There is a group of women who have suffered so badly from the actions of men within their community that they formed a village exclusive to women. What is troubling, though, is that many people attribute the success of this women-only collective to the absence of men — not to the presence of strong-willed women. It is true that the Umoja women’s village in Kenya was born from the reality of physical violence and sexual assault against women. Nevertheless, it has grown into a personified vision of the phrase, “enough is enough.” Enough women were silenced; enough aggressors went unpunished.

It is the bond of sisterhood among these women that has elevated their self-worth beyond a level their aggressors can reach. This foundation of principles to stand up and speak out against the evils that occur against not only  oneself, but also one’s fellow sister in womanhood, is what has made the Umoja village well built inside and out.

The solution is not to dream of a male-free world — that would be an injustice to the dutiful fathers, brothers, husbands, and sons who value our minds and contributions. The solution is to ask ourselves what we will and will not stand for. If one woman is willing to accept an abusive partner who spits obscenities and disregards any respect for her, then this conveys that her self-respect equals waste and should she should be treated as such. We want to be treated with respect but we do not respect ourselves enough to demand it from men who have a corrupt definition of “love.”

See Also

We want to pave a positive path for fellow young women, but we are not going to get there while one of us allows another human to speak to us with vulgar and abusive language while convincing ourselves that it’s not abuse until it becomes physical. When it does become physical, we try to reason that it’s not a problem until it happens more than once. Why do we have to convince others that verbal or emotional abuse is abuse nonetheless? In addition, if you are a female and are aware that your brother or son is abusing another woman, avoid making excuses in favor of him by shifting the blame on the victim. Essentially, it is time to shout a collective “enough” to those individuals who constantly take advantage of second chances and kind hearts, and to those who are complicit in allowing such behavior to be overlooked.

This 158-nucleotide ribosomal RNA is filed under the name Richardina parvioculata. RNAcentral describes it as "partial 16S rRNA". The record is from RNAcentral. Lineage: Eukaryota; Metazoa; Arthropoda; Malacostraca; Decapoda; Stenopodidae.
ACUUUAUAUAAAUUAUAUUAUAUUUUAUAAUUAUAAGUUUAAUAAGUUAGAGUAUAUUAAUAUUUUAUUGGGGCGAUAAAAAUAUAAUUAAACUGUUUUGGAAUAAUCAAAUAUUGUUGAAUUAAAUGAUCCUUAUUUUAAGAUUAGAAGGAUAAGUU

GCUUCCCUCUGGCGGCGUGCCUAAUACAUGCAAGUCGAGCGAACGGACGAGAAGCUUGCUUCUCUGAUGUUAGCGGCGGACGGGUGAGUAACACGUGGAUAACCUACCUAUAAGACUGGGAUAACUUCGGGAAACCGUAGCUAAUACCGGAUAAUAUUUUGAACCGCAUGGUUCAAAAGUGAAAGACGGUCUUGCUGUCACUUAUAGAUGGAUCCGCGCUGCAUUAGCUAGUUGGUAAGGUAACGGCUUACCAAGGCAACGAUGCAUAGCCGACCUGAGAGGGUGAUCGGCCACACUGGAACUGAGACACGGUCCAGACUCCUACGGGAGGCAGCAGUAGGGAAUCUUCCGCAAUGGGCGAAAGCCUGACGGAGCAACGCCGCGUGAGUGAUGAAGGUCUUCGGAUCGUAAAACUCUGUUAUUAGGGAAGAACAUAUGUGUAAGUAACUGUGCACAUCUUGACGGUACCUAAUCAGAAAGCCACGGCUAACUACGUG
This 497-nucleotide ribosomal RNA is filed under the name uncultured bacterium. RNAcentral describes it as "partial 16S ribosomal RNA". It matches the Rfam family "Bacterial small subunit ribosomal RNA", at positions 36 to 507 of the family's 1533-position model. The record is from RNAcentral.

If we want to be closer to living in a world where women are not exploited, we have to assert that kindness does not equal weakness. We must redefine our self-worth. Our experience is more meaningful than the few individuals who view female bodies as only a gateway to fulfilling their own desires. We must be invested in our cause enough to reject the ideas that women do not have a place in a certain cultures, or that we belong in the shadows. Using Jyoti’s strength as an inspiration, we can unite on the premise that we are all entitled to opportunities and meaningful experiences as daughters of this world, no matter where we reside.

Photo by Barbara A. White

View Comments (5)
  • There are probably more white knights in India than the rest of the world combined. These people don’t believe in justice or a fair trial, they recently stormed jails and brutally murdered alleged rapists, while the guards stood by and did nothing. These men were then very proud of what they did, which was murder.

    And still the batshit insane feminist propaganda is that women are being abused and shamed and are silent victims. While babbling incoherently tirelessly at all times.